# Light As A Wave

1. Nov 26, 2003

### fresh

having problems trying to understand and derive the equation for intensity in the double-slit interference pattern. any sort of help would be welcomed. thanks

2. Nov 27, 2003

### Staff: Mentor

What kind of problems? Show us what you've tried so far and what you don't understand.

3. Dec 22, 2003

### FrankMak

Point Source

I was asked by an old mechanical engineer how a photon that is emitted from a point source can then give up all its energy at a discrete point many thousands of diameters away.

I gave an answer using the electromagnetic concept of radiation from a point source, thusly:

Think of the electromagnetic wave as a sphere that keeps expanding and the energy distribution in the wavefront has to spread itself over a greater and greater spherical surface area. If you place an object somewhere in this expanding wavefront it will interrupt a portion of the expanding sphere (either absorbing or reflecting depending upon the characteristics of the object), the remaining wavefront keeps on going and going and expanding.

The strength of an rf source dissipates with the square of the distance. Radiated energy can be starting
at a point source and "spreading" three dimensionally. Take a volume of a sphere and double the radius, the volume is squared, thus the energy level at any point on the spheres surface is distributed over the
spherical wavefront, and gets smaller and smaller at discrete points.
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This really doesn't answer the basic question that was posed, and whether the energy of the photon is subject to the square of the distance rule.

4. Dec 22, 2003

### Staff: Mentor

Re: Point Source

No, a photon is a unit that cannot be divided or spread out. Wherever it is absorbed, it is absorbed as a whole with its entire energy. However, an inverse square rule (like you described) can be used to understand how the probability of that photon striking a given point spreads out with distance.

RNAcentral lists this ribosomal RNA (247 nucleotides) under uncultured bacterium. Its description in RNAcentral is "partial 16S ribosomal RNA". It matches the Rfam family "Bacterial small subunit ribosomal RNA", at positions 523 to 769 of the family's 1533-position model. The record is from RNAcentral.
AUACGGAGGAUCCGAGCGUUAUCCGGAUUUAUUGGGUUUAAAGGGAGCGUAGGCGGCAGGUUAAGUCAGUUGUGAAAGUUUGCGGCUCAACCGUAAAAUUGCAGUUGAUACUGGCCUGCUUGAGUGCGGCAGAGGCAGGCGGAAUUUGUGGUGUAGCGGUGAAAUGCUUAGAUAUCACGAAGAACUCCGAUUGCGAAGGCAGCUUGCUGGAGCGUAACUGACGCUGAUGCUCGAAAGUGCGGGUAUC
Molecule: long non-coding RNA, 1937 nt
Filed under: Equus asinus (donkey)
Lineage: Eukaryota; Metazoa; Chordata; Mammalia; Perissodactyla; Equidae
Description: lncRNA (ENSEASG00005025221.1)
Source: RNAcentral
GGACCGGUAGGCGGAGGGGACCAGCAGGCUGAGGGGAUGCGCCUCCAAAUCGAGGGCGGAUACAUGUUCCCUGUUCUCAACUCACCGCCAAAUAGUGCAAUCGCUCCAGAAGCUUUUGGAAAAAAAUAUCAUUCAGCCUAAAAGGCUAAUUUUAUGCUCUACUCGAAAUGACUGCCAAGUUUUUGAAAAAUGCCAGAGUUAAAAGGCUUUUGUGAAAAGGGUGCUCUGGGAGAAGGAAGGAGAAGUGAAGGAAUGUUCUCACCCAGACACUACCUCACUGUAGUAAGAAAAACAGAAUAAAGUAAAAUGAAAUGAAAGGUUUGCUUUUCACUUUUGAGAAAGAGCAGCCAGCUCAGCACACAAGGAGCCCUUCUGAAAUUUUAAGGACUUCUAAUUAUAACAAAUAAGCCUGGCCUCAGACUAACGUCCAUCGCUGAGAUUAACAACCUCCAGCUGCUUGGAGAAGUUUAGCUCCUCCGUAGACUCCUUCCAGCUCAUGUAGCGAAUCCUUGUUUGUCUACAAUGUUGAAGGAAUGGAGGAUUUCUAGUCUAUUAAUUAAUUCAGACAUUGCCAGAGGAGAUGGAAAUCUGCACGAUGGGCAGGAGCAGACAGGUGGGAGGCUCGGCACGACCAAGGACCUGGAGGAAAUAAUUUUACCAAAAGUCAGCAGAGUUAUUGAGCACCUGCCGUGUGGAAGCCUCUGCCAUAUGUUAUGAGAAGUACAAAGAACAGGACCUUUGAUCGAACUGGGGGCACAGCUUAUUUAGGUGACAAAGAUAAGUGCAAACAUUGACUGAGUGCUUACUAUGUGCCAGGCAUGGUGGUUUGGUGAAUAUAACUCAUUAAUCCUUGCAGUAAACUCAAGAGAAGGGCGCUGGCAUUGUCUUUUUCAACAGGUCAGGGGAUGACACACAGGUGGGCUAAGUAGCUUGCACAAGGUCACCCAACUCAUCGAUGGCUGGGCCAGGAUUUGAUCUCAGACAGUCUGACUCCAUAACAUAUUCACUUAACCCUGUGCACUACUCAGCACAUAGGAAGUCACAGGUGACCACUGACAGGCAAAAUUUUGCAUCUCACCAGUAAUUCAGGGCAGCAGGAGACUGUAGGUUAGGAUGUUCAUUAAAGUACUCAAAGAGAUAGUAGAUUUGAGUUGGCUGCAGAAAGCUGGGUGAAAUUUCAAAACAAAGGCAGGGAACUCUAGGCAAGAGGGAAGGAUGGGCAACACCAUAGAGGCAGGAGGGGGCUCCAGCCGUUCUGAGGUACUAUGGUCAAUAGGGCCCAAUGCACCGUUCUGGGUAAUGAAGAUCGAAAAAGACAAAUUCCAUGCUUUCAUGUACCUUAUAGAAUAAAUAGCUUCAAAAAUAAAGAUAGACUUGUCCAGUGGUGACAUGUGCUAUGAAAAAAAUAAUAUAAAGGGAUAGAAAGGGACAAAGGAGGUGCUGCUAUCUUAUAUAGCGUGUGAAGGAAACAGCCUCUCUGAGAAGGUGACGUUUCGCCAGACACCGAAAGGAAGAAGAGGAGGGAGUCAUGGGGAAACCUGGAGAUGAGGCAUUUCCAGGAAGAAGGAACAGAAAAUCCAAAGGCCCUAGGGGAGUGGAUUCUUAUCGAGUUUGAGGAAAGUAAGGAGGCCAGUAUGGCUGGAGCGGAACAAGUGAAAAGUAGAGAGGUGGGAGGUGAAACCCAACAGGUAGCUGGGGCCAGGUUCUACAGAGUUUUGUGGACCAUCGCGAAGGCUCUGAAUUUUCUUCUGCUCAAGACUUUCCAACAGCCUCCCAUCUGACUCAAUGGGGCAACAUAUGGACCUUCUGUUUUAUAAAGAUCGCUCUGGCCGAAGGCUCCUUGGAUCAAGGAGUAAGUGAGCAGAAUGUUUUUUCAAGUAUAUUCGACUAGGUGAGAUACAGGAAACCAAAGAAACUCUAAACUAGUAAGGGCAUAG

5. Dec 23, 2003

### David

Re: Point Source

I’d like to express my opinion about this and then receive critiques from others. I might not be understanding this properly.

It’s my understanding that a single photon or light “wave” goes out only in one direction and not as an “expanding sphere” of light. I think it could be described something like a long single (perhaps wiggling) bullet.

However, when light bulbs radiate light and when radio transmitters radiate radio waves, a lot of these “bullets” are emitted out in all directions at the same time, and when all their different directions are plotted, they all go out in the form of a “sphere of radiation”. So, the sphere of radiation does not result from just one photon going out or a steady stream of them going out such as from a laser.

6. Dec 23, 2003

### David

Re: Re: Point Source

Wouldn’t this idea match what I just said? Light from a light bulb dims at a distance because we are shining fewer photons per sq cm on a flat white wall at a distance, because the individual photons are spreading out the further away from the source they get?

7. Dec 23, 2003

### FrankMak

Inverse square law

In the following URL, equation (11) expresses the inverse square law for "intensity" and equation (16) expresses the inverse square law for "density".